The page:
Wednesday, May 27th, 2015
Storm topples trees, damages barns in Auglaize County
By Shelley Grieshop
NEW BREMEN - A wind-tossed camper, damaged barns and felled trees dotted the landscape in Auglaize County on Tuesday afternoon after a storm barreled through the area.
"We had a debris pattern and it looks like we had straight-line winds," Auglaize County Emergency Management Agency Director Troy Anderson told the newspaper this morning. "Unless I get some better photos to show something else, I think it probably was straight-line winds."
No weather-related injuries were reported in the Grand Lake area.
The storm appeared to pick up steam after leaving Mercer County and entering Auglaize County about 4:45 p.m., he said. Several power lines and poles came down, and trees and branches were scattered around, Anderson said.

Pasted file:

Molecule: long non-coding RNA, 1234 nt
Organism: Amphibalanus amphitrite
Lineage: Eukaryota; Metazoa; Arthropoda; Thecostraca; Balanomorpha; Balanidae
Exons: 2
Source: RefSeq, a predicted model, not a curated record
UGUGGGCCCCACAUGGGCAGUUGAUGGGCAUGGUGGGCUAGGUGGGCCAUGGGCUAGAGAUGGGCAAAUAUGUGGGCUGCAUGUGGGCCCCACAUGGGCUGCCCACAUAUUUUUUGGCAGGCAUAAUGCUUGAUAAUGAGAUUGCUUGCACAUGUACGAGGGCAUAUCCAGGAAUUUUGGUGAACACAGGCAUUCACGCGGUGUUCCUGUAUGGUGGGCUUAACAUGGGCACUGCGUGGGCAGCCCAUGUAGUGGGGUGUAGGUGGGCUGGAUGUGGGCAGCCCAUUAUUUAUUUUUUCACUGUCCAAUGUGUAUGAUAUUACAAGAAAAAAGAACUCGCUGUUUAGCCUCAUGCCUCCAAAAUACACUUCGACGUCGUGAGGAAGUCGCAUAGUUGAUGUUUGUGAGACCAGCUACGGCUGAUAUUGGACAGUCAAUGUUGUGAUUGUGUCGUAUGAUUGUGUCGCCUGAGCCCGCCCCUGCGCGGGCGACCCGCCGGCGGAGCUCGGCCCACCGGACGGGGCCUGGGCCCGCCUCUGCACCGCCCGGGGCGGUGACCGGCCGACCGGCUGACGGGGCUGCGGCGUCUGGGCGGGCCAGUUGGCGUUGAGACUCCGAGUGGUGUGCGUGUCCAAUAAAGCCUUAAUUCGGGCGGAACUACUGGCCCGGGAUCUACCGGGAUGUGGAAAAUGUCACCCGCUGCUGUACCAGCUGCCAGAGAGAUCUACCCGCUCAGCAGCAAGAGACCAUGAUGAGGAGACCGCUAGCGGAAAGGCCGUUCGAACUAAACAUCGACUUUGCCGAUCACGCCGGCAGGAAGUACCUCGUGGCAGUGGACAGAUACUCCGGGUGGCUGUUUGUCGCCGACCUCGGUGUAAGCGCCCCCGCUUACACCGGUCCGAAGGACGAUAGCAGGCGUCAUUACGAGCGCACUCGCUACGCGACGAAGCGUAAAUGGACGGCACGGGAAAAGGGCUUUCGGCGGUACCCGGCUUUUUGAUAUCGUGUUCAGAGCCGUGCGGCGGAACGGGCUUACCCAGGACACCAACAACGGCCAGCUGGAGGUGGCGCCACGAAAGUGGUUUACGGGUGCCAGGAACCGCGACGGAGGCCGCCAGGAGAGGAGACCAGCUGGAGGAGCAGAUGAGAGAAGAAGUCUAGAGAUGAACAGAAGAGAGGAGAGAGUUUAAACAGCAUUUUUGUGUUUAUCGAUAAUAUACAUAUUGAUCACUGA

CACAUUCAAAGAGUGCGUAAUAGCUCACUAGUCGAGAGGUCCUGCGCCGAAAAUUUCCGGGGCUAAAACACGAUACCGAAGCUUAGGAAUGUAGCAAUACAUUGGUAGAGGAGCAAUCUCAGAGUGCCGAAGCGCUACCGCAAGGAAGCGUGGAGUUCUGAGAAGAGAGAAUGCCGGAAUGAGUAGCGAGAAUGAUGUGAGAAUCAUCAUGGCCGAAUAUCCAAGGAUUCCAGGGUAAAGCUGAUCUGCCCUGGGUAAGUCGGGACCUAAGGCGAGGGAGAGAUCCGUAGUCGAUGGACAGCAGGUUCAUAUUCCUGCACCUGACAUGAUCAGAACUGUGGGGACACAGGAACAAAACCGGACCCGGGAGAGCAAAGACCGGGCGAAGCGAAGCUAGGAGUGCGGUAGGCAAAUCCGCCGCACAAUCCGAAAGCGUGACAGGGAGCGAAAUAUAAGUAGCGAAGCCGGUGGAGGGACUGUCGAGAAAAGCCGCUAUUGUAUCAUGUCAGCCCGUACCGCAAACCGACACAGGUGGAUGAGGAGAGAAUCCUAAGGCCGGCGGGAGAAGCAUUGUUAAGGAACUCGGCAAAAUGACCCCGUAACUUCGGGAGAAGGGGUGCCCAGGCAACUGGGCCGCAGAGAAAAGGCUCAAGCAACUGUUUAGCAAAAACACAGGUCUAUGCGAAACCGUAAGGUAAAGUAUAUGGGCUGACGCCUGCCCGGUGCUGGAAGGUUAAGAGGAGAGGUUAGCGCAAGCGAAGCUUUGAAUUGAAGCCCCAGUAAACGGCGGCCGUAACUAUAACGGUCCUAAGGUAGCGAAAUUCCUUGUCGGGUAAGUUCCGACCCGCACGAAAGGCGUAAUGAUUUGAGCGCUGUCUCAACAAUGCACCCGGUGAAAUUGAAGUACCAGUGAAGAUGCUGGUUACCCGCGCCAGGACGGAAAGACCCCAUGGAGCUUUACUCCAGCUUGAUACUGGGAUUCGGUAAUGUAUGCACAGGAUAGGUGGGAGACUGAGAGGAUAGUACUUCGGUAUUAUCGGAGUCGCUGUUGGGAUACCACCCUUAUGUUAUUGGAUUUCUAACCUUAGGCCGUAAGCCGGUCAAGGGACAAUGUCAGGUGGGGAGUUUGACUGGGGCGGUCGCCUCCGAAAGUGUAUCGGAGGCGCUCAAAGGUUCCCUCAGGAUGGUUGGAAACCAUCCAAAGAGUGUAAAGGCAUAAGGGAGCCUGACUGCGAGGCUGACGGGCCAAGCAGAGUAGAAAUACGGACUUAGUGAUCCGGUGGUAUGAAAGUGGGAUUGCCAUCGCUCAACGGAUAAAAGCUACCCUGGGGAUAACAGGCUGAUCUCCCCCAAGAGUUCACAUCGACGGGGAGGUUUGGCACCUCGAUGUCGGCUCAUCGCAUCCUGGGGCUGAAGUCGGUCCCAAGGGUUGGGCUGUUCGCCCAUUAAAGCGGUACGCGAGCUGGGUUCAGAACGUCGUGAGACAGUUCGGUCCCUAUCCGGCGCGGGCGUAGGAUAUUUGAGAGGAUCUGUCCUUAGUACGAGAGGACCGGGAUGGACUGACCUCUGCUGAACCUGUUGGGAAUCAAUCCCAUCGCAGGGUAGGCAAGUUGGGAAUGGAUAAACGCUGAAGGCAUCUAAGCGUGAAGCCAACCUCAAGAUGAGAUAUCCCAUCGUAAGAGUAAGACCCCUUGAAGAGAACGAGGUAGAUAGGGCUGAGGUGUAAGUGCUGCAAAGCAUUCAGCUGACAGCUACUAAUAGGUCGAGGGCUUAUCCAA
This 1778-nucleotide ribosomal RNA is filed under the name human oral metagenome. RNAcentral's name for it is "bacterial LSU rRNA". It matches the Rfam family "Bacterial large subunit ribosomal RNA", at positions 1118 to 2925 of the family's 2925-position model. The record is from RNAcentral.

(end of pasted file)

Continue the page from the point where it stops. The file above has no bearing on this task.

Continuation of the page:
A 25-foot-long camper parked at 05061 Lock Two Road, New Bremen, was "picked up and thrown about 75 feet," he said. It landed on the ground as a mangled pile of debris, he added.
Sustaining the most damage to a single property was a farm owned by Lee Katterheinrich at 06099 Southland Road near New Knoxville, he noted. High winds "took down a pole barn" and a large portion of the roof on a barn built in the 1800s, he said.
"There was a debris field there just shy of a mile long from the northeast to New Knoxville," Anderson said.
Powerful wind gusts over 50 mph also ripped a 60-foot-by-90-foot section of roof from the American Legion building in New Knoxville.
By the time the storm moved through the Moulton area it no longer packed high winds, Anderson said.
Mike Robbins, EMA director of Mercer County, said shingles were ripped from several rooftops and a few electric wires were down but the damage was sporadic. He recorded wind gusts up to 30 mph and estimates they may have reached 45 mph or higher to the north and east of Celina.
"The damage was not really widespread. There were pockets," Robbins said.
He warned the same weather scenario could occur later today with the threat of scattered thunderstorms.
"It's been a slow year. This is only our second (thunderstorm) watch this year," he said.